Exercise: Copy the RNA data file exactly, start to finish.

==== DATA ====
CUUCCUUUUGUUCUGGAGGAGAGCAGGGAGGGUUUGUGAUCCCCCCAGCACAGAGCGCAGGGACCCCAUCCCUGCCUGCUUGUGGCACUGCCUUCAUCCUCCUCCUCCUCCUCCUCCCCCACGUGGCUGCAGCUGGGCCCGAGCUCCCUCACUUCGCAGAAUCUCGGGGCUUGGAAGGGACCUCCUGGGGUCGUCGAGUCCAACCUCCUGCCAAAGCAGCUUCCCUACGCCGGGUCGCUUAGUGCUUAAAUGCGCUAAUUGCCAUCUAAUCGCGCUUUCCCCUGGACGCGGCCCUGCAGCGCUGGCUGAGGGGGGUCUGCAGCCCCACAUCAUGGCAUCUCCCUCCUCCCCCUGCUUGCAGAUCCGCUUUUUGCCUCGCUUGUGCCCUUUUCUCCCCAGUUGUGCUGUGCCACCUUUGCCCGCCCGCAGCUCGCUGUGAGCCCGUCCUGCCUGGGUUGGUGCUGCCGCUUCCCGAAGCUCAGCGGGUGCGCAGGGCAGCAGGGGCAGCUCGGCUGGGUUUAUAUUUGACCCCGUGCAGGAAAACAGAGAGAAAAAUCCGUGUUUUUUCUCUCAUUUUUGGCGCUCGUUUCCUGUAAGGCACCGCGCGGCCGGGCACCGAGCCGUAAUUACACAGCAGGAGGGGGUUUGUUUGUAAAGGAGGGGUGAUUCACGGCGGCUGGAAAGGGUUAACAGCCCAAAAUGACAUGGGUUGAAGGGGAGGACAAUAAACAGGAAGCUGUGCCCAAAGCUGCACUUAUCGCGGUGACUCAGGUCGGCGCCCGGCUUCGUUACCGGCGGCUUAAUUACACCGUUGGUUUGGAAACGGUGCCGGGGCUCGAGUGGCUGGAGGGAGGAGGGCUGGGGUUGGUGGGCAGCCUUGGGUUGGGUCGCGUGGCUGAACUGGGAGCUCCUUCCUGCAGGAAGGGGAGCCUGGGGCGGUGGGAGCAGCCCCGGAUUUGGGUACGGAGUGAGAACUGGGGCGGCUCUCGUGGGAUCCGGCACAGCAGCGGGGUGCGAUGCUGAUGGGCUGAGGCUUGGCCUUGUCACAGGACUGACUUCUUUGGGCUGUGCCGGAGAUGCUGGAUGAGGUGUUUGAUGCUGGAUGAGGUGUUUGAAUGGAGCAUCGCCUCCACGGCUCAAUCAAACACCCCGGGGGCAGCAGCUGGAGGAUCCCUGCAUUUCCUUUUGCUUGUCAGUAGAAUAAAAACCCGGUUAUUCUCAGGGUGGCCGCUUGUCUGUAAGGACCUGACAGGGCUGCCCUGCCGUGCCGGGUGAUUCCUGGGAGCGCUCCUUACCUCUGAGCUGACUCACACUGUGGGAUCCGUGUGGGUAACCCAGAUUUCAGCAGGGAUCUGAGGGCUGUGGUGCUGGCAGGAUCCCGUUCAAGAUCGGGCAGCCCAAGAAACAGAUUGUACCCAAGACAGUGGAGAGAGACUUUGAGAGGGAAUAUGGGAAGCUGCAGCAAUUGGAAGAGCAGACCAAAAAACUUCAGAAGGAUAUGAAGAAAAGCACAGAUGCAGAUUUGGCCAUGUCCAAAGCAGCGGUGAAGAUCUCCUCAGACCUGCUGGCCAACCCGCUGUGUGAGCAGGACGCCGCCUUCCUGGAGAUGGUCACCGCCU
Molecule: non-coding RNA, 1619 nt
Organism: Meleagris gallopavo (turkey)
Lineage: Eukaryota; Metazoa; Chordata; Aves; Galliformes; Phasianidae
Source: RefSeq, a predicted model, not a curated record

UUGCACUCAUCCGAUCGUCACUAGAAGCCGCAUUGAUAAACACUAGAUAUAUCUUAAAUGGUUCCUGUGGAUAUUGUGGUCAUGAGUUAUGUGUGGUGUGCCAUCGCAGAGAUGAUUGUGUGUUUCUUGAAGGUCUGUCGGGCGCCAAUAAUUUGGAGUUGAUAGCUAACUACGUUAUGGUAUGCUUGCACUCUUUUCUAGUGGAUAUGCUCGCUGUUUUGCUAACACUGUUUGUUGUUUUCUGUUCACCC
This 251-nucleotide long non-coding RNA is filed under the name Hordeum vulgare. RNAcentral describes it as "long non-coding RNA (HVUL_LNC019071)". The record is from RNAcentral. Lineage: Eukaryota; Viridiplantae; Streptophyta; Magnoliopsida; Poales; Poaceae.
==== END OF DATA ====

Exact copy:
CUUCCUUUUGUUCUGGAGGAGAGCAGGGAGGGUUUGUGAUCCCCCCAGCACAGAGCGCAGGGACCCCAUCCCUGCCUGCUUGUGGCACUGCCUUCAUCCUCCUCCUCCUCCUCCUCCCCCACGUGGCUGCAGCUGGGCCCGAGCUCCCUCACUUCGCAGAAUCUCGGGGCUUGGAAGGGACCUCCUGGGGUCGUCGAGUCCAACCUCCUGCCAAAGCAGCUUCCCUACGCCGGGUCGCUUAGUGCUUAAAUGCGCUAAUUGCCAUCUAAUCGCGCUUUCCCCUGGACGCGGCCCUGCAGCGCUGGCUGAGGGGGGUCUGCAGCCCCACAUCAUGGCAUCUCCCUCCUCCCCCUGCUUGCAGAUCCGCUUUUUGCCUCGCUUGUGCCCUUUUCUCCCCAGUUGUGCUGUGCCACCUUUGCCCGCCCGCAGCUCGCUGUGAGCCCGUCCUGCCUGGGUUGGUGCUGCCGCUUCCCGAAGCUCAGCGGGUGCGCAGGGCAGCAGGGGCAGCUCGGCUGGGUUUAUAUUUGACCCCGUGCAGGAAAACAGAGAGAAAAAUCCGUGUUUUUUCUCUCAUUUUUGGCGCUCGUUUCCUGUAAGGCACCGCGCGGCCGGGCACCGAGCCGUAAUUACACAGCAGGAGGGGGUUUGUUUGUAAAGGAGGGGUGAUUCACGGCGGCUGGAAAGGGUUAACAGCCCAAAAUGACAUGGGUUGAAGGGGAGGACAAUAAACAGGAAGCUGUGCCCAAAGCUGCACUUAUCGCGGUGACUCAGGUCGGCGCCCGGCUUCGUUACCGGCGGCUUAAUUACACCGUUGGUUUGGAAACGGUGCCGGGGCUCGAGUGGCUGGAGGGAGGAGGGCUGGGGUUGGUGGGCAGCCUUGGGUUGGGUCGCGUGGCUGAACUGGGAGCUCCUUCCUGCAGGAAGGGGAGCCUGGGGCGGUGGGAGCAGCCCCGGAUUUGGGUACGGAGUGAGAACUGGGGCGGCUCUCGUGGGAUCCGGCACAGCAGCGGGGUGCGAUGCUGAUGGGCUGAGGCUUGGCCUUGUCACAGGACUGACUUCUUUGGGCUGUGCCGGAGAUGCUGGAUGAGGUGUUUGAUGCUGGAUGAGGUGUUUGAAUGGAGCAUCGCCUCCACGGCUCAAUCAAACACCCCGGGGGCAGCAGCUGGAGGAUCCCUGCAUUUCCUUUUGCUUGUCAGUAGAAUAAAAACCCGGUUAUUCUCAGGGUGGCCGCUUGUCUGUAAGGACCUGACAGGGCUGCCCUGCCGUGCCGGGUGAUUCCUGGGAGCGCUCCUUACCUCUGAGCUGACUCACACUGUGGGAUCCGUGUGGGUAACCCAGAUUUCAGCAGGGAUCUGAGGGCUGUGGUGCUGGCAGGAUCCCGUUCAAGAUCGGGCAGCCCAAGAAACAGAUUGUACCCAAGACAGUGGAGAGAGACUUUGAGAGGGAAUAUGGGAAGCUGCAGCAAUUGGAAGAGCAGACCAAAAAACUUCAGAAGGAUAUGAAGAAAAGCACAGAUGCAGAUUUGGCCAUGUCCAAAGCAGCGGUGAAGAUCUCCUCAGACCUGCUGGCCAACCCGCUGUGUGAGCAGGACGCCGCCUUCCUGGAGAUGGUCACCGCCU
Molecule: non-coding RNA, 1619 nt
Organism: Meleagris gallopavo (turkey)
Lineage: Eukaryota; Metazoa; Chordata; Aves; Galliformes; Phasianidae
Source: RefSeq, a predicted model, not a curated record

UUGCACUCAUCCGAUCGUCACUAGAAGCCGCAUUGAUAAACACUAGAUAUAUCUUAAAUGGUUCCUGUGGAUAUUGUGGUCAUGAGUUAUGUGUGGUGUGCCAUCGCAGAGAUGAUUGUGUGUUUCUUGAAGGUCUGUCGGGCGCCAAUAAUUUGGAGUUGAUAGCUAACUACGUUAUGGUAUGCUUGCACUCUUUUCUAGUGGAUAUGCUCGCUGUUUUGCUAACACUGUUUGUUGUUUUCUGUUCACCC
This 251-nucleotide long non-coding RNA is filed under the name Hordeum vulgare. RNAcentral describes it as "long non-coding RNA (HVUL_LNC019071)". The record is from RNAcentral. Lineage: Eukaryota; Viridiplantae; Streptophyta; Magnoliopsida; Poales; Poaceae.